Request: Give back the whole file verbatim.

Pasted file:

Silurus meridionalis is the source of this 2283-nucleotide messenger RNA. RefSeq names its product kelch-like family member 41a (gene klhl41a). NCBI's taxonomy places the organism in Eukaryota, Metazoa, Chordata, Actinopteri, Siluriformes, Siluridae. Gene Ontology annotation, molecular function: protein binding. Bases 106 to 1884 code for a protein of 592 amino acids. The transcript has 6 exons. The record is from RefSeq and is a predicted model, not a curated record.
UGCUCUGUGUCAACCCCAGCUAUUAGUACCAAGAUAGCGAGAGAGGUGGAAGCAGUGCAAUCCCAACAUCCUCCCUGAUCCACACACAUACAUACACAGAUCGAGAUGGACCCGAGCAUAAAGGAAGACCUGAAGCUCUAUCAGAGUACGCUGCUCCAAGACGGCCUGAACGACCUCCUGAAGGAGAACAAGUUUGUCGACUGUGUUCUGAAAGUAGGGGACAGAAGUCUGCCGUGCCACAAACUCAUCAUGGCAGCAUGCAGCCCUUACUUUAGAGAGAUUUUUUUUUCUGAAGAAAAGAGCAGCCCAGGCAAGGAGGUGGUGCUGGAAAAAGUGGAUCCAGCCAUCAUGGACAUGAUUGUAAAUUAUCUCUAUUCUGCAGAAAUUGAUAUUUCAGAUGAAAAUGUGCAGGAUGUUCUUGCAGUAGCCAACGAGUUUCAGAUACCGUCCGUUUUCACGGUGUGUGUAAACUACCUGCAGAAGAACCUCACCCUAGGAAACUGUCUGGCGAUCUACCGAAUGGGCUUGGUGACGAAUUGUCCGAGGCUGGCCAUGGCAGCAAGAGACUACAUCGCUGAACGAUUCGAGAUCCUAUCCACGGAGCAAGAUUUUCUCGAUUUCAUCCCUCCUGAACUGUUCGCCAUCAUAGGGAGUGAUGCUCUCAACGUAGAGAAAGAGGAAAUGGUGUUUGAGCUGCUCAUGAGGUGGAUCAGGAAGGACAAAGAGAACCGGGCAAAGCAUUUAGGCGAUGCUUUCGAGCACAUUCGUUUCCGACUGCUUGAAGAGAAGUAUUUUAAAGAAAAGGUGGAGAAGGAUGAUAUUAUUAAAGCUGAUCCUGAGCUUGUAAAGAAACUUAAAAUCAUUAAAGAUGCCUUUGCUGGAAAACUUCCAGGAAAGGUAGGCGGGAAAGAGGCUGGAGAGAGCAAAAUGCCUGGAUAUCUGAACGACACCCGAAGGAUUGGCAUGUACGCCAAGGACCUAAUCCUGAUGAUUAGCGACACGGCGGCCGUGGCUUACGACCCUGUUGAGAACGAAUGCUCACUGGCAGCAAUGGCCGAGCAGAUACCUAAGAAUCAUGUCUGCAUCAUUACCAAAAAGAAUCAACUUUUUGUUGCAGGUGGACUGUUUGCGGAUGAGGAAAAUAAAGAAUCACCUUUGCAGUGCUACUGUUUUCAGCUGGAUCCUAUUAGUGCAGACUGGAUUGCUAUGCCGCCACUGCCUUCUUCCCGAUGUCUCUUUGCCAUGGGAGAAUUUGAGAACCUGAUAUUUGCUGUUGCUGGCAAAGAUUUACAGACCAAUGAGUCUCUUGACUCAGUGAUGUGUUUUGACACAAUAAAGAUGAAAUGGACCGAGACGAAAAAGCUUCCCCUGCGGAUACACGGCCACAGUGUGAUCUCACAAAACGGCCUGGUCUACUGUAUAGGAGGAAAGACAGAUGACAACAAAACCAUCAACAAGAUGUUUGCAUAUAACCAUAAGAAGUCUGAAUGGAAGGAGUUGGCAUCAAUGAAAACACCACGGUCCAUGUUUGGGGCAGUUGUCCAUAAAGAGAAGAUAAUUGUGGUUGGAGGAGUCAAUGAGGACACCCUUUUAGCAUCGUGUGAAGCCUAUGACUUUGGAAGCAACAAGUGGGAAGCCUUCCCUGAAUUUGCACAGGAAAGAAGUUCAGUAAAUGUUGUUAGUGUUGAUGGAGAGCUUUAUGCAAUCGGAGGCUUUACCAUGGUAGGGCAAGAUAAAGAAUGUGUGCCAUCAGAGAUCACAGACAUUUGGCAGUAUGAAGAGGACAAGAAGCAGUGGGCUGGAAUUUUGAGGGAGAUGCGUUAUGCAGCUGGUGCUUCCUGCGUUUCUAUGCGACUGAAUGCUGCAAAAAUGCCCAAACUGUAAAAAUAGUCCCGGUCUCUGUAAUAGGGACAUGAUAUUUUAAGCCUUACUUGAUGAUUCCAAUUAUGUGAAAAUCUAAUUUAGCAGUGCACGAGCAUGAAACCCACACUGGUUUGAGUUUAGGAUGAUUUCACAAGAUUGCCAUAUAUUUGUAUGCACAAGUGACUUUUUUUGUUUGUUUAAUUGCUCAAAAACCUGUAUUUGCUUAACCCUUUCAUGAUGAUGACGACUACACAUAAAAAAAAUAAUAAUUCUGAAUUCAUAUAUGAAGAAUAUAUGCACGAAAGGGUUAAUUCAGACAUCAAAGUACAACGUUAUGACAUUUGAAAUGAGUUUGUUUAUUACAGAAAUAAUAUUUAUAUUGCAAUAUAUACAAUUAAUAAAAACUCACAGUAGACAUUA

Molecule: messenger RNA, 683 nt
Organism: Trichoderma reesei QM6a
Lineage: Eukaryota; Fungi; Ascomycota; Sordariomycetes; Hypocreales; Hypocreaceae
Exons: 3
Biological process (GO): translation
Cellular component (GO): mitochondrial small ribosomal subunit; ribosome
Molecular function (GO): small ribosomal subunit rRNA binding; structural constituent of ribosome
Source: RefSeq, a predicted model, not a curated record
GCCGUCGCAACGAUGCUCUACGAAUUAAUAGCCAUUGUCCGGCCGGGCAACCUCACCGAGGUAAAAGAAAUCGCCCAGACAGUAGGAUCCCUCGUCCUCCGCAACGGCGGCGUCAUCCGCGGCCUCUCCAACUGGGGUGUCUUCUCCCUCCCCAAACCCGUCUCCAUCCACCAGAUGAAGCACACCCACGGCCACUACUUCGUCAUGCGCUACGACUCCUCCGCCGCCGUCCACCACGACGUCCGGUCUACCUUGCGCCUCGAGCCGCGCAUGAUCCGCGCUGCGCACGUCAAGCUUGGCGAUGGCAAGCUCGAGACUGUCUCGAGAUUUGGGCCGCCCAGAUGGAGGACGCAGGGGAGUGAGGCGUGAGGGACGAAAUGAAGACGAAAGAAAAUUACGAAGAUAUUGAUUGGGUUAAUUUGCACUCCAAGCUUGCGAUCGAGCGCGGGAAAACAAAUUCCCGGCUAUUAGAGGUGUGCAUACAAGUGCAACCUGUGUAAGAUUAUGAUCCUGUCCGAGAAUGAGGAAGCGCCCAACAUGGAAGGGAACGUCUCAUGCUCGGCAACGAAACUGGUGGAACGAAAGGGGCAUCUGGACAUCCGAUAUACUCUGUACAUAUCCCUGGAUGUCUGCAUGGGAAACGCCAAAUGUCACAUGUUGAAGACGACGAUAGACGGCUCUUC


Silurus meridionalis is the source of this 2283-nucleotide messenger RNA. RefSeq names its product kelch-like family member 41a (gene klhl41a). NCBI's taxonomy places the organism in Eukaryota, Metazoa, Chordata, Actinopteri, Siluriformes, Siluridae. Gene Ontology annotation, molecular function: protein binding. Bases 106 to 1884 code for a protein of 592 amino acids. The transcript has 6 exons. The record is from RefSeq and is a predicted model, not a curated record.
UGCUCUGUGUCAACCCCAGCUAUUAGUACCAAGAUAGCGAGAGAGGUGGAAGCAGUGCAAUCCCAACAUCCUCCCUGAUCCACACACAUACAUACACAGAUCGAGAUGGACCCGAGCAUAAAGGAAGACCUGAAGCUCUAUCAGAGUACGCUGCUCCAAGACGGCCUGAACGACCUCCUGAAGGAGAACAAGUUUGUCGACUGUGUUCUGAAAGUAGGGGACAGAAGUCUGCCGUGCCACAAACUCAUCAUGGCAGCAUGCAGCCCUUACUUUAGAGAGAUUUUUUUUUCUGAAGAAAAGAGCAGCCCAGGCAAGGAGGUGGUGCUGGAAAAAGUGGAUCCAGCCAUCAUGGACAUGAUUGUAAAUUAUCUCUAUUCUGCAGAAAUUGAUAUUUCAGAUGAAAAUGUGCAGGAUGUUCUUGCAGUAGCCAACGAGUUUCAGAUACCGUCCGUUUUCACGGUGUGUGUAAACUACCUGCAGAAGAACCUCACCCUAGGAAACUGUCUGGCGAUCUACCGAAUGGGCUUGGUGACGAAUUGUCCGAGGCUGGCCAUGGCAGCAAGAGACUACAUCGCUGAACGAUUCGAGAUCCUAUCCACGGAGCAAGAUUUUCUCGAUUUCAUCCCUCCUGAACUGUUCGCCAUCAUAGGGAGUGAUGCUCUCAACGUAGAGAAAGAGGAAAUGGUGUUUGAGCUGCUCAUGAGGUGGAUCAGGAAGGACAAAGAGAACCGGGCAAAGCAUUUAGGCGAUGCUUUCGAGCACAUUCGUUUCCGACUGCUUGAAGAGAAGUAUUUUAAAGAAAAGGUGGAGAAGGAUGAUAUUAUUAAAGCUGAUCCUGAGCUUGUAAAGAAACUUAAAAUCAUUAAAGAUGCCUUUGCUGGAAAACUUCCAGGAAAGGUAGGCGGGAAAGAGGCUGGAGAGAGCAAAAUGCCUGGAUAUCUGAACGACACCCGAAGGAUUGGCAUGUACGCCAAGGACCUAAUCCUGAUGAUUAGCGACACGGCGGCCGUGGCUUACGACCCUGUUGAGAACGAAUGCUCACUGGCAGCAAUGGCCGAGCAGAUACCUAAGAAUCAUGUCUGCAUCAUUACCAAAAAGAAUCAACUUUUUGUUGCAGGUGGACUGUUUGCGGAUGAGGAAAAUAAAGAAUCACCUUUGCAGUGCUACUGUUUUCAGCUGGAUCCUAUUAGUGCAGACUGGAUUGCUAUGCCGCCACUGCCUUCUUCCCGAUGUCUCUUUGCCAUGGGAGAAUUUGAGAACCUGAUAUUUGCUGUUGCUGGCAAAGAUUUACAGACCAAUGAGUCUCUUGACUCAGUGAUGUGUUUUGACACAAUAAAGAUGAAAUGGACCGAGACGAAAAAGCUUCCCCUGCGGAUACACGGCCACAGUGUGAUCUCACAAAACGGCCUGGUCUACUGUAUAGGAGGAAAGACAGAUGACAACAAAACCAUCAACAAGAUGUUUGCAUAUAACCAUAAGAAGUCUGAAUGGAAGGAGUUGGCAUCAAUGAAAACACCACGGUCCAUGUUUGGGGCAGUUGUCCAUAAAGAGAAGAUAAUUGUGGUUGGAGGAGUCAAUGAGGACACCCUUUUAGCAUCGUGUGAAGCCUAUGACUUUGGAAGCAACAAGUGGGAAGCCUUCCCUGAAUUUGCACAGGAAAGAAGUUCAGUAAAUGUUGUUAGUGUUGAUGGAGAGCUUUAUGCAAUCGGAGGCUUUACCAUGGUAGGGCAAGAUAAAGAAUGUGUGCCAUCAGAGAUCACAGACAUUUGGCAGUAUGAAGAGGACAAGAAGCAGUGGGCUGGAAUUUUGAGGGAGAUGCGUUAUGCAGCUGGUGCUUCCUGCGUUUCUAUGCGACUGAAUGCUGCAAAAAUGCCCAAACUGUAAAAAUAGUCCCGGUCUCUGUAAUAGGGACAUGAUAUUUUAAGCCUUACUUGAUGAUUCCAAUUAUGUGAAAAUCUAAUUUAGCAGUGCACGAGCAUGAAACCCACACUGGUUUGAGUUUAGGAUGAUUUCACAAGAUUGCCAUAUAUUUGUAUGCACAAGUGACUUUUUUUGUUUGUUUAAUUGCUCAAAAACCUGUAUUUGCUUAACCCUUUCAUGAUGAUGACGACUACACAUAAAAAAAAUAAUAAUUCUGAAUUCAUAUAUGAAGAAUAUAUGCACGAAAGGGUUAAUUCAGACAUCAAAGUACAACGUUAUGACAUUUGAAAUGAGUUUGUUUAUUACAGAAAUAAUAUUUAUAUUGCAAUAUAUACAAUUAAUAAAAACUCACAGUAGACAUUA

Molecule: messenger RNA, 683 nt
Organism: Trichoderma reesei QM6a
Lineage: Eukaryota; Fungi; Ascomycota; Sordariomycetes; Hypocreales; Hypocreaceae
Exons: 3
Biological process (GO): translation
Cellular component (GO): mitochondrial small ribosomal subunit; ribosome
Molecular function (GO): small ribosomal subunit rRNA binding; structural constituent of ribosome
Source: RefSeq, a predicted model, not a curated record
GCCGUCGCAACGAUGCUCUACGAAUUAAUAGCCAUUGUCCGGCCGGGCAACCUCACCGAGGUAAAAGAAAUCGCCCAGACAGUAGGAUCCCUCGUCCUCCGCAACGGCGGCGUCAUCCGCGGCCUCUCCAACUGGGGUGUCUUCUCCCUCCCCAAACCCGUCUCCAUCCACCAGAUGAAGCACACCCACGGCCACUACUUCGUCAUGCGCUACGACUCCUCCGCCGCCGUCCACCACGACGUCCGGUCUACCUUGCGCCUCGAGCCGCGCAUGAUCCGCGCUGCGCACGUCAAGCUUGGCGAUGGCAAGCUCGAGACUGUCUCGAGAUUUGGGCCGCCCAGAUGGAGGACGCAGGGGAGUGAGGCGUGAGGGACGAAAUGAAGACGAAAGAAAAUUACGAAGAUAUUGAUUGGGUUAAUUUGCACUCCAAGCUUGCGAUCGAGCGCGGGAAAACAAAUUCCCGGCUAUUAGAGGUGUGCAUACAAGUGCAACCUGUGUAAGAUUAUGAUCCUGUCCGAGAAUGAGGAAGCGCCCAACAUGGAAGGGAACGUCUCAUGCUCGGCAACGAAACUGGUGGAACGAAAGGGGCAUCUGGACAUCCGAUAUACUCUGUACAUAUCCCUGGAUGUCUGCAUGGGAAACGCCAAAUGUCACAUGUUGAAGACGACGAUAGACGGCUCUUC